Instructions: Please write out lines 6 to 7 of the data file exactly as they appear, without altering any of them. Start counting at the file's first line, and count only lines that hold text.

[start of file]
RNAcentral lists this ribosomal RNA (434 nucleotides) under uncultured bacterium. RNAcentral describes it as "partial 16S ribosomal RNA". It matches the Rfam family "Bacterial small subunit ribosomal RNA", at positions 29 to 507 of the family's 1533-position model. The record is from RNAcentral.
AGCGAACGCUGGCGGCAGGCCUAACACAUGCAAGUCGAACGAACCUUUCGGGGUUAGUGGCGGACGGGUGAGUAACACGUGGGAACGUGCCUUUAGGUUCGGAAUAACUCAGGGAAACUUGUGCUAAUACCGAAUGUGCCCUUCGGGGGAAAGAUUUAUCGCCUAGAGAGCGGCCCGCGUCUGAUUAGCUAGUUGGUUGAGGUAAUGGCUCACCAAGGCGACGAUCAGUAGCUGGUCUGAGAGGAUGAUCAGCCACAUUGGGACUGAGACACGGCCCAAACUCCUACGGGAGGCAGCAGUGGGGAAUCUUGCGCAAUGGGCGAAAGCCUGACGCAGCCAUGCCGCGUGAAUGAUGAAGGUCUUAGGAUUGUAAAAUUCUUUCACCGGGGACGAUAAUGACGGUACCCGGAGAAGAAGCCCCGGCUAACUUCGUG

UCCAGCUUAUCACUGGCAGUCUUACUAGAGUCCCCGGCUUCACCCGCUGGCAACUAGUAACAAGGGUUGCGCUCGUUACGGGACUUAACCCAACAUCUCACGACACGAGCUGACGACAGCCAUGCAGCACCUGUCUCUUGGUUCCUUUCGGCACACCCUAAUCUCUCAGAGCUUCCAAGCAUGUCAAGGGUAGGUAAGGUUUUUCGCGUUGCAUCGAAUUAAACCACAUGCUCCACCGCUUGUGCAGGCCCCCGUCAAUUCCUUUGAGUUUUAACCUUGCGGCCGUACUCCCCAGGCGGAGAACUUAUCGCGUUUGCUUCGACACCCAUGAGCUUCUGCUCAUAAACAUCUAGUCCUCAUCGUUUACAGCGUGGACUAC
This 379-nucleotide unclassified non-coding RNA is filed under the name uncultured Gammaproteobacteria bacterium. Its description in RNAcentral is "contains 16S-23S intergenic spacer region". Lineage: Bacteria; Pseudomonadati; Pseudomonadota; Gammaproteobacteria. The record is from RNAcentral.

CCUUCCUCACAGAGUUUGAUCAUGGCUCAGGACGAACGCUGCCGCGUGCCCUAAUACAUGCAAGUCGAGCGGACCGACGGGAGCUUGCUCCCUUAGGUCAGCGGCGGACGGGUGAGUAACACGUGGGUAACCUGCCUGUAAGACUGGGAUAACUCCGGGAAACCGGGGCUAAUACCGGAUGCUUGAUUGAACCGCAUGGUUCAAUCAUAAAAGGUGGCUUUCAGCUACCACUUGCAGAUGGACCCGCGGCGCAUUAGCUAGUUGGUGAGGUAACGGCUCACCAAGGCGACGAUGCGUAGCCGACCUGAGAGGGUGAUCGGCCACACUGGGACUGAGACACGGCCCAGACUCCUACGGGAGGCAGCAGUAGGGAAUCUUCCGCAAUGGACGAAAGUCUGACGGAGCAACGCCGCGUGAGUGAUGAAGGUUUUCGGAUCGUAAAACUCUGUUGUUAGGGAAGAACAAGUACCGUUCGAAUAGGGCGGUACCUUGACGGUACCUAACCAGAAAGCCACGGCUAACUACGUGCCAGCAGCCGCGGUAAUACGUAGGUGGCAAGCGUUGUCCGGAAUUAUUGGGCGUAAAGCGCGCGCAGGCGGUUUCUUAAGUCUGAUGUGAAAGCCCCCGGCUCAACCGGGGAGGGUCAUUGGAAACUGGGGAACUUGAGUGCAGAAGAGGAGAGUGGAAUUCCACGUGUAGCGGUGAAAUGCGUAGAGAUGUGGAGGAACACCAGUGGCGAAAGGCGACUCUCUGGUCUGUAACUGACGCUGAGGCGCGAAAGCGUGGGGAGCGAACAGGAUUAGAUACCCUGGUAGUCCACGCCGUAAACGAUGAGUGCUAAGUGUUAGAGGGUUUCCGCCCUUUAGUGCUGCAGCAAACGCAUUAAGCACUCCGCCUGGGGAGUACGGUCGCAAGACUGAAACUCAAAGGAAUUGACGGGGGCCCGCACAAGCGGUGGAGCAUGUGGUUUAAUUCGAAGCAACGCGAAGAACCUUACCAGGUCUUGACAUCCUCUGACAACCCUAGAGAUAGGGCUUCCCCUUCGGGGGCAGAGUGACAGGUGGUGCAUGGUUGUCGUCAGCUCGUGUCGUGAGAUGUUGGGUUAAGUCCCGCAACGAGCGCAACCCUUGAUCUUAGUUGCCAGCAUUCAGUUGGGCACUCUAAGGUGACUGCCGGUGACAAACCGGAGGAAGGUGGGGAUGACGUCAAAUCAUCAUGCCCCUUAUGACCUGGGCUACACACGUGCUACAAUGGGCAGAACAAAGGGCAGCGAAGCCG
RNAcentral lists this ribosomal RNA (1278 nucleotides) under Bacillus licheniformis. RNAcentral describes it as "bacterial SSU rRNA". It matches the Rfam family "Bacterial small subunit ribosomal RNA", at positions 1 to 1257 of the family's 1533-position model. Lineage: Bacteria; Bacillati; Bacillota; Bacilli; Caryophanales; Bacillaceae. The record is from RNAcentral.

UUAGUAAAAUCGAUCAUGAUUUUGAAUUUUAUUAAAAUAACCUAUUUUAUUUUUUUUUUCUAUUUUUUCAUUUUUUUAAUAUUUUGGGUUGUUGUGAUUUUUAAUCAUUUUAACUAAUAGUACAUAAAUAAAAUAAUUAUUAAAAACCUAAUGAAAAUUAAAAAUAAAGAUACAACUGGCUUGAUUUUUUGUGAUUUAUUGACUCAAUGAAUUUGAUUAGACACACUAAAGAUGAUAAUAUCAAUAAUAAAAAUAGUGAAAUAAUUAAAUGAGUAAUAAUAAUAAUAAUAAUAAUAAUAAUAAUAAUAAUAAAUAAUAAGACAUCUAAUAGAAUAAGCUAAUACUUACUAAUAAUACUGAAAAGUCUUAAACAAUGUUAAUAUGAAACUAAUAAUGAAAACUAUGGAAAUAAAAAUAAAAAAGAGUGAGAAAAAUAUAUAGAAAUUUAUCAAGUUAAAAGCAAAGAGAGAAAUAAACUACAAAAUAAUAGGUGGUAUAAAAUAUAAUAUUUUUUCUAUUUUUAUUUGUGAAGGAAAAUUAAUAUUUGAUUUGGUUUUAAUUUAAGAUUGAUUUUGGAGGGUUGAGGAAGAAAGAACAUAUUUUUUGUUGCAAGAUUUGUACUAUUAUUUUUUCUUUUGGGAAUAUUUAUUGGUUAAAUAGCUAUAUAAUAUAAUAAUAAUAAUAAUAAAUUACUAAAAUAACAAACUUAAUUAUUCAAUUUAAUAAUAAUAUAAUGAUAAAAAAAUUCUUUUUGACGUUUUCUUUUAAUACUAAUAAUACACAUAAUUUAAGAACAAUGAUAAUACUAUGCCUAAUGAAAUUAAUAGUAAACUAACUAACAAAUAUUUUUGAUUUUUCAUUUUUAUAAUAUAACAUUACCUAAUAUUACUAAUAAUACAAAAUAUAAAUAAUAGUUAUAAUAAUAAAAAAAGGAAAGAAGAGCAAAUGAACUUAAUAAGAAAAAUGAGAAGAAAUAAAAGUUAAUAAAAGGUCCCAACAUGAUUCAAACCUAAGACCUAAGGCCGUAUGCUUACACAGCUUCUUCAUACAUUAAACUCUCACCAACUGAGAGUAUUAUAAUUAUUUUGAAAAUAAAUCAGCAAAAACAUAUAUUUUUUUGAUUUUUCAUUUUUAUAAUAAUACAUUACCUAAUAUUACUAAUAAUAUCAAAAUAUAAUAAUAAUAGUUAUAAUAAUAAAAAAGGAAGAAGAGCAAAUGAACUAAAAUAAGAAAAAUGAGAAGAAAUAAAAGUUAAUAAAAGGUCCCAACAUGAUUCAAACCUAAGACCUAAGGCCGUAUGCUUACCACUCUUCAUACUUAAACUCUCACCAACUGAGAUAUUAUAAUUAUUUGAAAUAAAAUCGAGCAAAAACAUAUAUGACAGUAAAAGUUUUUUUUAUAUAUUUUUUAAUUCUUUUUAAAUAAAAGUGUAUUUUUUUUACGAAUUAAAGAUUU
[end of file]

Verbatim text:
RNAcentral lists this ribosomal RNA (1278 nucleotides) under Bacillus licheniformis. RNAcentral describes it as "bacterial SSU rRNA". It matches the Rfam family "Bacterial small subunit ribosomal RNA", at positions 1 to 1257 of the family's 1533-position model. Lineage: Bacteria; Bacillati; Bacillota; Bacilli; Caryophanales; Bacillaceae. The record is from RNAcentral.

UUAGUAAAAUCGAUCAUGAUUUUGAAUUUUAUUAAAAUAACCUAUUUUAUUUUUUUUUUCUAUUUUUUCAUUUUUUUAAUAUUUUGGGUUGUUGUGAUUUUUAAUCAUUUUAACUAAUAGUACAUAAAUAAAAUAAUUAUUAAAAACCUAAUGAAAAUUAAAAAUAAAGAUACAACUGGCUUGAUUUUUUGUGAUUUAUUGACUCAAUGAAUUUGAUUAGACACACUAAAGAUGAUAAUAUCAAUAAUAAAAAUAGUGAAAUAAUUAAAUGAGUAAUAAUAAUAAUAAUAAUAAUAAUAAUAAUAAUAAUAAAUAAUAAGACAUCUAAUAGAAUAAGCUAAUACUUACUAAUAAUACUGAAAAGUCUUAAACAAUGUUAAUAUGAAACUAAUAAUGAAAACUAUGGAAAUAAAAAUAAAAAAGAGUGAGAAAAAUAUAUAGAAAUUUAUCAAGUUAAAAGCAAAGAGAGAAAUAAACUACAAAAUAAUAGGUGGUAUAAAAUAUAAUAUUUUUUCUAUUUUUAUUUGUGAAGGAAAAUUAAUAUUUGAUUUGGUUUUAAUUUAAGAUUGAUUUUGGAGGGUUGAGGAAGAAAGAACAUAUUUUUUGUUGCAAGAUUUGUACUAUUAUUUUUUCUUUUGGGAAUAUUUAUUGGUUAAAUAGCUAUAUAAUAUAAUAAUAAUAAUAAUAAAUUACUAAAAUAACAAACUUAAUUAUUCAAUUUAAUAAUAAUAUAAUGAUAAAAAAAUUCUUUUUGACGUUUUCUUUUAAUACUAAUAAUACACAUAAUUUAAGAACAAUGAUAAUACUAUGCCUAAUGAAAUUAAUAGUAAACUAACUAACAAAUAUUUUUGAUUUUUCAUUUUUAUAAUAUAACAUUACCUAAUAUUACUAAUAAUACAAAAUAUAAAUAAUAGUUAUAAUAAUAAAAAAAGGAAAGAAGAGCAAAUGAACUUAAUAAGAAAAAUGAGAAGAAAUAAAAGUUAAUAAAAGGUCCCAACAUGAUUCAAACCUAAGACCUAAGGCCGUAUGCUUACACAGCUUCUUCAUACAUUAAACUCUCACCAACUGAGAGUAUUAUAAUUAUUUUGAAAAUAAAUCAGCAAAAACAUAUAUUUUUUUGAUUUUUCAUUUUUAUAAUAAUACAUUACCUAAUAUUACUAAUAAUAUCAAAAUAUAAUAAUAAUAGUUAUAAUAAUAAAAAAGGAAGAAGAGCAAAUGAACUAAAAUAAGAAAAAUGAGAAGAAAUAAAAGUUAAUAAAAGGUCCCAACAUGAUUCAAACCUAAGACCUAAGGCCGUAUGCUUACCACUCUUCAUACUUAAACUCUCACCAACUGAGAUAUUAUAAUUAUUUGAAAUAAAAUCGAGCAAAAACAUAUAUGACAGUAAAAGUUUUUUUUAUAUAUUUUUUAAUUCUUUUUAAAUAAAAGUGUAUUUUUUUUACGAAUUAAAGAUUU